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Niles-Glenview Water War Continues; Planned Audit Gets Washed Away

Niles won't provide information that Glenview requested.

As the villages of Glenview and Niles continue to disagree over the cost of water that Niles provides to Glenview and environs, their positions are becoming anything but liquid. 

Glenview had announced it would audit water bills and other materials sent by the village of Niles Friday, but that plan has been dissolved because Niles "unilaterally cancelled" the audit, said Glenview Village Attorney Eric Patt. 

Glenview wants detailed info

Niles objected to the scope of the audit, for which Glenview requested not only water bills, but also information on how the village calculates its water rate, how it sets its general fund tax levy, and all revenue and expenditures pertaining to the water and sanitary sewer services.

At issue is to a water utility that is owned by Glenview and serves 44,000 residents who mostly live in unincorporated areas southwest of the village. 

That amount is for the water used by customers of North Maine Utilities in April and May. Payment of the June bill -- $369,155 – is headed for the same escrow account as the April and May bills, said Lynne Stiefel, Glenview’s communications director.

Glenview thinks Niles is bundling in sewer costs

Glenview began withholding payment in May because of a concern that Niles is overcharging North Maine for the water by including money for sanitary sewer service, which is not provided by Niles, according to a May 23 letter from Glenview Village Manager Todd Hileman to Niles Mayor Robert Callero. Niles responded June 22 by asking Cook County Chancery Court Judge Rita Novak for an injunction forcing Glenview to pay.

Meanwhile, on June 6, Glenview sent a letter to Niles asking for the information it says it needs to perform an audit as allowed by the agreement, originally signed in 1990 by Niles and a utility company that was later purchased by Glenview. The audit was set to begin Friday.

Niles: Requested info places burden on us

But Niles Village Manager George Van Geem said Wednesday that the agreement does not allow Glenview to demand everything that it did.

“As Glenview well knows, the contract provides for an audit of specific monthly invoices, but their request for volumes of unrelated information far exceeds both the letter and spirit of our agreement and unduly burdens Niles,” Van Geem wrote in an email. “Glenview wants an audit on its terms and its terms only, regardless of what they themselves originally agreed to. Glenview’s unwillingness to modify their request left us no choice but to suspend the audit.  The contract is the contract, and they know very well what it says.”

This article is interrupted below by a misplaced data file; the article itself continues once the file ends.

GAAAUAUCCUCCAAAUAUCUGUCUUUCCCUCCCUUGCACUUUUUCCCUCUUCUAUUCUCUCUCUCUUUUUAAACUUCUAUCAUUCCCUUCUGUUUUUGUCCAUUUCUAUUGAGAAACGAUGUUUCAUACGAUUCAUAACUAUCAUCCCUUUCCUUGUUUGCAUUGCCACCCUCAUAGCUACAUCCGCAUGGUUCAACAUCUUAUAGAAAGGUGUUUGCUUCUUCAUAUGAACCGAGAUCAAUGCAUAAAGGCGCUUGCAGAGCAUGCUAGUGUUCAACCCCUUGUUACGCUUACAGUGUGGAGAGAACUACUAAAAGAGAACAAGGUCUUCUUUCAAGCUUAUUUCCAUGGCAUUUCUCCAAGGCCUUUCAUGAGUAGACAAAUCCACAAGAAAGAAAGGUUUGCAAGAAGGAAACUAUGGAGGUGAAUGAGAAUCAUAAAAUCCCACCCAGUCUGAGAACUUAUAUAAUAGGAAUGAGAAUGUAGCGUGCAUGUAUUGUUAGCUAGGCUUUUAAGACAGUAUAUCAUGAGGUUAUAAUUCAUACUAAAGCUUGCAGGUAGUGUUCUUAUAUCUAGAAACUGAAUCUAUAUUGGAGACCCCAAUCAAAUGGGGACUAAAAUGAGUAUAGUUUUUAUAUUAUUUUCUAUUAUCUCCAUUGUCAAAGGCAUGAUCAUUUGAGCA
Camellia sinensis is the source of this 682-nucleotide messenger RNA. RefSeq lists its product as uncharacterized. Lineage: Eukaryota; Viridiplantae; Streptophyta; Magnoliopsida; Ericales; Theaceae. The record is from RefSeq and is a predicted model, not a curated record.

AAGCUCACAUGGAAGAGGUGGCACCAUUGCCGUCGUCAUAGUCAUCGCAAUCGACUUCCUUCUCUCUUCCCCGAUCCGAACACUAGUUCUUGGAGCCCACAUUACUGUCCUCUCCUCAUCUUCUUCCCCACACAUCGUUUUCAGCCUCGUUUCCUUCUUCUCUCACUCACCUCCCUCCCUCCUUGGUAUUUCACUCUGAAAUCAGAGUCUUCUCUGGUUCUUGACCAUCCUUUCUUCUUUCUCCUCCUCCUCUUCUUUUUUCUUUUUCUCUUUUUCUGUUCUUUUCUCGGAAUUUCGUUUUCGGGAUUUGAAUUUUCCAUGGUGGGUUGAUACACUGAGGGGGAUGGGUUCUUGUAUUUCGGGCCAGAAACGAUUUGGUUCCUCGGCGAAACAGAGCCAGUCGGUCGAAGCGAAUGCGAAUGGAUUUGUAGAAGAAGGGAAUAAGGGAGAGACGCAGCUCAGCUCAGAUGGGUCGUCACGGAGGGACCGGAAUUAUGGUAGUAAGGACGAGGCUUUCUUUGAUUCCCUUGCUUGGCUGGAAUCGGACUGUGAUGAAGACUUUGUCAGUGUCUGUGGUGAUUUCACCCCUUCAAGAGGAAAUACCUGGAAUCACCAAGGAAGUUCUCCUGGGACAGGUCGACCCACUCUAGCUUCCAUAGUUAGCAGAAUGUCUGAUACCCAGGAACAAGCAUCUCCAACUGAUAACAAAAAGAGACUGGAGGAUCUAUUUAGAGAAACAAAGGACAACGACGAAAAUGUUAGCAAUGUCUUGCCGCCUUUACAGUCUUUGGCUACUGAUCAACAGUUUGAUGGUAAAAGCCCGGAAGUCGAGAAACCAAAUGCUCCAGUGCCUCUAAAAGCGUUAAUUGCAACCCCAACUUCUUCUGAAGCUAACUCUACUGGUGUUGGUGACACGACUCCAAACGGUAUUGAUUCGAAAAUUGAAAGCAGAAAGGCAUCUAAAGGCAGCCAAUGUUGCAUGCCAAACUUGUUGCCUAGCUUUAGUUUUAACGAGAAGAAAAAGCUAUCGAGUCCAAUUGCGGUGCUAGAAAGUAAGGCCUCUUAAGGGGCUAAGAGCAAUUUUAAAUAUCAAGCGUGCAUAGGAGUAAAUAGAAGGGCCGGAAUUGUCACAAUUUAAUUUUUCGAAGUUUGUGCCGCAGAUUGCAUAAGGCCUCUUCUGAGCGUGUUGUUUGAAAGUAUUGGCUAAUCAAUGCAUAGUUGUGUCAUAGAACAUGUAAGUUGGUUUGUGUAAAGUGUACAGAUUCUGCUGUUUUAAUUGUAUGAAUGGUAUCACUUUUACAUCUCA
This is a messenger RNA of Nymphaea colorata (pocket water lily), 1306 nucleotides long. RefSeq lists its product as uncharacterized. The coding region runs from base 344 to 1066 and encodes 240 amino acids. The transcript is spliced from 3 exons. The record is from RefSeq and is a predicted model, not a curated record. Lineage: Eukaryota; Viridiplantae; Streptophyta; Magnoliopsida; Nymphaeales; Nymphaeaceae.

Eric Patt said Glenview is looking at its legal options, including asking Judge Novak to force Niles to turn over the information Glenview requested.

Attorneys for both villages are working with the judge’s calendar to schedule a hearing, Patt said.

Why Glenview thinks Niles is overcharging

The dispute began when Glenview became aware that Niles was rebating sewer fees to its residents that are customers of North Maine, said Don Owen, Glenview’s assistant village manager.

There are about 75 customers of North Maine who live within Niles, Van Geem said, and the village did indeed agree last year to rebate 19 percent of their water bills, because North Maine also charges them for sanitary sewer service. The rebate is intended to put them on an equal footing with the rest of the residents of Niles, who do not pay a sewer fee, Van Geem said. The village chose 19 percent after surveying a number of communities to find out how their sewer fees compared to their water fees.

Patt said Glenview believes that Niles bundles its sewer costs in with the water bills even if sewer charges are not listed separately, and that any charges that actually pay for sanitary sewers – whether they are labeled as such or not – should not be included on North Maine’s water bills.

“It is our contention that they are calculating a water rate that is more than just a water rate,” Patt said.

The same day that Niles filed its motion asking for an injunction, reserving only the 19 percent that it believes might represent sewer fees. Niles has not responded to that offer, Patt said. Van Geem said the issue is simple.

“Our position has not changed,” he said.  “We provide the water to Glenview at rates agreed upon by contract, and we expect them to pay their bills.  We supply, they buy.  Our residents expect them to pay for the service -- just as they always have without fail since 1990.

“All Niles is asking is that Glenview comply with our longstanding agreement and pay for the water Niles has provided it.”

Earl Weiss July 07, 2011 at 02:49 PM
The problem is much greater than the story reveals. Local governments have been scamming the resident for years with so called "Sewer Fees" which have nothing to do with sewer usage. Thety are a straight increase in water rates and should be labeled as such. They do not take into account water used that ever finds it's way to the sewer such as that used for landscaping or businesses that use water that may have a large percentage lost to evaporation like car washes. It's about time the subterfuge was exposed. Call it what it is and be done with it.

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